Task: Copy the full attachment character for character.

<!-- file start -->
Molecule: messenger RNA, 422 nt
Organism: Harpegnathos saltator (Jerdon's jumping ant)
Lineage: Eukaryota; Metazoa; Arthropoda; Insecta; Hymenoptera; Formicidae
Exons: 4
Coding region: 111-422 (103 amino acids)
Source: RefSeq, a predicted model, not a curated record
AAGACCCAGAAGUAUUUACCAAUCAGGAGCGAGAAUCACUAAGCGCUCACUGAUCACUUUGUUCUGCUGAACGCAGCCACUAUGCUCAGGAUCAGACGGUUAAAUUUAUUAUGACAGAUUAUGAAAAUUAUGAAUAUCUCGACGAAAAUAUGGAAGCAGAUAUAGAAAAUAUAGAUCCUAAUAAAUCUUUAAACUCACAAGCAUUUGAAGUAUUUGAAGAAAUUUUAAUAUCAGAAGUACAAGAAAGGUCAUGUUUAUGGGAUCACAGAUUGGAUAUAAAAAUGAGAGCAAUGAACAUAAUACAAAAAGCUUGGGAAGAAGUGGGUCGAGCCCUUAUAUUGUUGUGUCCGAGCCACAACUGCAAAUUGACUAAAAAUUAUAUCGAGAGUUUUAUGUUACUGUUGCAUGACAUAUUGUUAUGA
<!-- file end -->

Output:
Molecule: messenger RNA, 422 nt
Organism: Harpegnathos saltator (Jerdon's jumping ant)
Lineage: Eukaryota; Metazoa; Arthropoda; Insecta; Hymenoptera; Formicidae
Exons: 4
Coding region: 111-422 (103 amino acids)
Source: RefSeq, a predicted model, not a curated record
AAGACCCAGAAGUAUUUACCAAUCAGGAGCGAGAAUCACUAAGCGCUCACUGAUCACUUUGUUCUGCUGAACGCAGCCACUAUGCUCAGGAUCAGACGGUUAAAUUUAUUAUGACAGAUUAUGAAAAUUAUGAAUAUCUCGACGAAAAUAUGGAAGCAGAUAUAGAAAAUAUAGAUCCUAAUAAAUCUUUAAACUCACAAGCAUUUGAAGUAUUUGAAGAAAUUUUAAUAUCAGAAGUACAAGAAAGGUCAUGUUUAUGGGAUCACAGAUUGGAUAUAAAAAUGAGAGCAAUGAACAUAAUACAAAAAGCUUGGGAAGAAGUGGGUCGAGCCCUUAUAUUGUUGUGUCCGAGCCACAACUGCAAAUUGACUAAAAAUUAUAUCGAGAGUUUUAUGUUACUGUUGCAUGACAUAUUGUUAUGA